Two film canisters sit on a table service with the film partially unwound.

Film festivals

The unsung heroes of Australian film
 Sandy George
Courtesy Closer Productions

It is timely to answer two questions: are the Adelaide Film Festival (AFF) and Melbourne International Film Festival (MIFF) investment funds kick-starting projects that would otherwise not be made, and are they helping them reach an audience?

Several South Australian producers now swear that quality documentaries — but not features — would not have been financed without the AFF, but director Katrina Sedgwick’s sterling taste is a factor, not merely the existence of the fund.

Adelaide producer Sophie Hyde has had considerable Sedgwick backing, including for Life In Movement which won the $10,000 FOXTEL Australian Documentary Prize at the Sydney Film Festival in June 2011, four months after premiering in Adelaide. She worked closely with Bryan Mason on the biopic about Tanja Liedtke, who died before being able to take up a new role as Sydney Dance Company artistic director.

‘Katrina was the first in with absolute agreement this was a film worth making,’ says Hyde. ‘In part because of her support we were able to leverage other finance. Although Screen Australia came in with their special documentary funding too, I believe we would have struggled to raise any real budget without Katrina.’

Others say similar. Many film investors play it safe. Hyde and her collaborators have been able to make brave production choices due to Sedgwick’s curatorial point of view, she says, although changes at the South Australian Film Corporation have also helped.

There is no hard evidence of MIFF getting new projects up but the additional funding it provides is allowing the production of feature-length versions of one-hour television documentaries. This is the case for three documentaries by Queensland-based producer Veronica Fury: Machette Maidens Unleashed! (2010) from the 2010 MIFF program, The Curse of the Gothic Symphony (2011) and First Fagin (2012).

‘All were already commissioned for television when we applied so it (the money) was not critical (to the project going ahead) but it was very very advantageous because it gives them a bigger life,’ says Fury.

The festival expects a world premiere for its money and the resultant kudos can attract attention from distributors and other festivals. After MIFF, Mark Hartley’s Machette Maidens Unleashed!, about the Filipino exploitation film industry of the 1970s and 1980s, was seen in more than 30 festivals around the world, including Toronto, one of the most important platforms for getting attention in North America. It subsequently got a small cinema release in Canada and the US, where it is now on DVD. Back home in Australia, after its ABC screening, it was released as part of a DVD package that included some of the genre films it examined.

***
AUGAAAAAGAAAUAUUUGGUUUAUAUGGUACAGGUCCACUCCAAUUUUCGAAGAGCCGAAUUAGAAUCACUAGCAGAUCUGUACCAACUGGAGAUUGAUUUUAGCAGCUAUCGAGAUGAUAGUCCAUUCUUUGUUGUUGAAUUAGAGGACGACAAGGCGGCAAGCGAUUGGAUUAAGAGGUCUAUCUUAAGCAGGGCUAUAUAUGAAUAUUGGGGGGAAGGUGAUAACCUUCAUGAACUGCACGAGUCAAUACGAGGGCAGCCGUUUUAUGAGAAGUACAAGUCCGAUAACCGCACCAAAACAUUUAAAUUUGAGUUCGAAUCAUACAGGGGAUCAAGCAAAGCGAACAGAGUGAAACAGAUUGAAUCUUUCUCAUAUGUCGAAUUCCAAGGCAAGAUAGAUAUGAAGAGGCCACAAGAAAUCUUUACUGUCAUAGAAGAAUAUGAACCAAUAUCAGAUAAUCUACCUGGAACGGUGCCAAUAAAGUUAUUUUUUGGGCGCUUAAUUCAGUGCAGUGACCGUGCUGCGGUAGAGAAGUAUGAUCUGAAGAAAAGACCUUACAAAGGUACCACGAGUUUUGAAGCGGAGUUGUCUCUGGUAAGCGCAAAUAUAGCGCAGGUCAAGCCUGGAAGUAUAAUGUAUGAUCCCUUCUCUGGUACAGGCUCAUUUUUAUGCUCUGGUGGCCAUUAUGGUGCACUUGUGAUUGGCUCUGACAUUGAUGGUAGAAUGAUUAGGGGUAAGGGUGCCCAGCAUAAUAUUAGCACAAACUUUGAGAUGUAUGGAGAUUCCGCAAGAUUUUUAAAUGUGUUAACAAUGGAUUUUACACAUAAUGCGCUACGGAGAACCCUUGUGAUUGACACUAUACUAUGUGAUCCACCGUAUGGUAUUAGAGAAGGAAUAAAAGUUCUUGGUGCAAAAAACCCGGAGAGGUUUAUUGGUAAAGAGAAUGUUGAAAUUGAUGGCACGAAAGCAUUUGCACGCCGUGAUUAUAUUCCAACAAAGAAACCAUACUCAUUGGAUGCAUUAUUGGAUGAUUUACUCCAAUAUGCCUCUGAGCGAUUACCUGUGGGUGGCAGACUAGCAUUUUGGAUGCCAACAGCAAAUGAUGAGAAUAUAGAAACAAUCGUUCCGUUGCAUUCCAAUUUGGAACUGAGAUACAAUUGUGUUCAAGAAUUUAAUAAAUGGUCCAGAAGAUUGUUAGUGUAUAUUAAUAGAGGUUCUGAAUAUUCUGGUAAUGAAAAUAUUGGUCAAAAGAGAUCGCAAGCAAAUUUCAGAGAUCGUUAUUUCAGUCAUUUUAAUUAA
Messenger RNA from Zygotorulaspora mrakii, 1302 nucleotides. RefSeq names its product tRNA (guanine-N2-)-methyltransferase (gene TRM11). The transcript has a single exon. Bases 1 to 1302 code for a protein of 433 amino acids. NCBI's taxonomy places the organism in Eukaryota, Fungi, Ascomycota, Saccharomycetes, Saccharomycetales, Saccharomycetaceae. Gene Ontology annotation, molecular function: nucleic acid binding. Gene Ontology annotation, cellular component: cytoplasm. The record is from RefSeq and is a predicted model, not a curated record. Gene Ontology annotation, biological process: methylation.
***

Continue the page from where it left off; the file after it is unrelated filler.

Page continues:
Similarly, Granaz Moussavi’s Australian/Iranian drama My Tehran For Sale (2009) got a Toronto spot after AFF in 2009, prompting deals to be signed, says producer Kate Croser.

Both MIFF and AFF are clearly helping films find audiences beyond their own patrons. The almost hysterically excited response to AFF opening night film Mrs Carey’s Concert (2011) delivered enormous word of mouth for the cinema release that quickly followed.

Within days of a very positive critical response from AFF audiences for Tony Krawitz’s The Tall Man (2011), producer Darren Dale had contacted and got agreement from Hopscotch for a cinema season. Television executives — in this case at SBS — usually value the publicity that an earlier cinema life brings. The film is based on Chloe Hooper’s book about Cameron Doomadgee’s death in police custody on Palm Island in 2004.

‘It felt like a good audience because a lot of filmmakers and others interested in film were there,’ says Michael Cody, producer of another 2011 AFF film, Amiel Courtin-Wilson’s Hail (2011), a study of intriguing former inmate Daniel Jones. ‘I guess that could backfire but it was very positive for us.’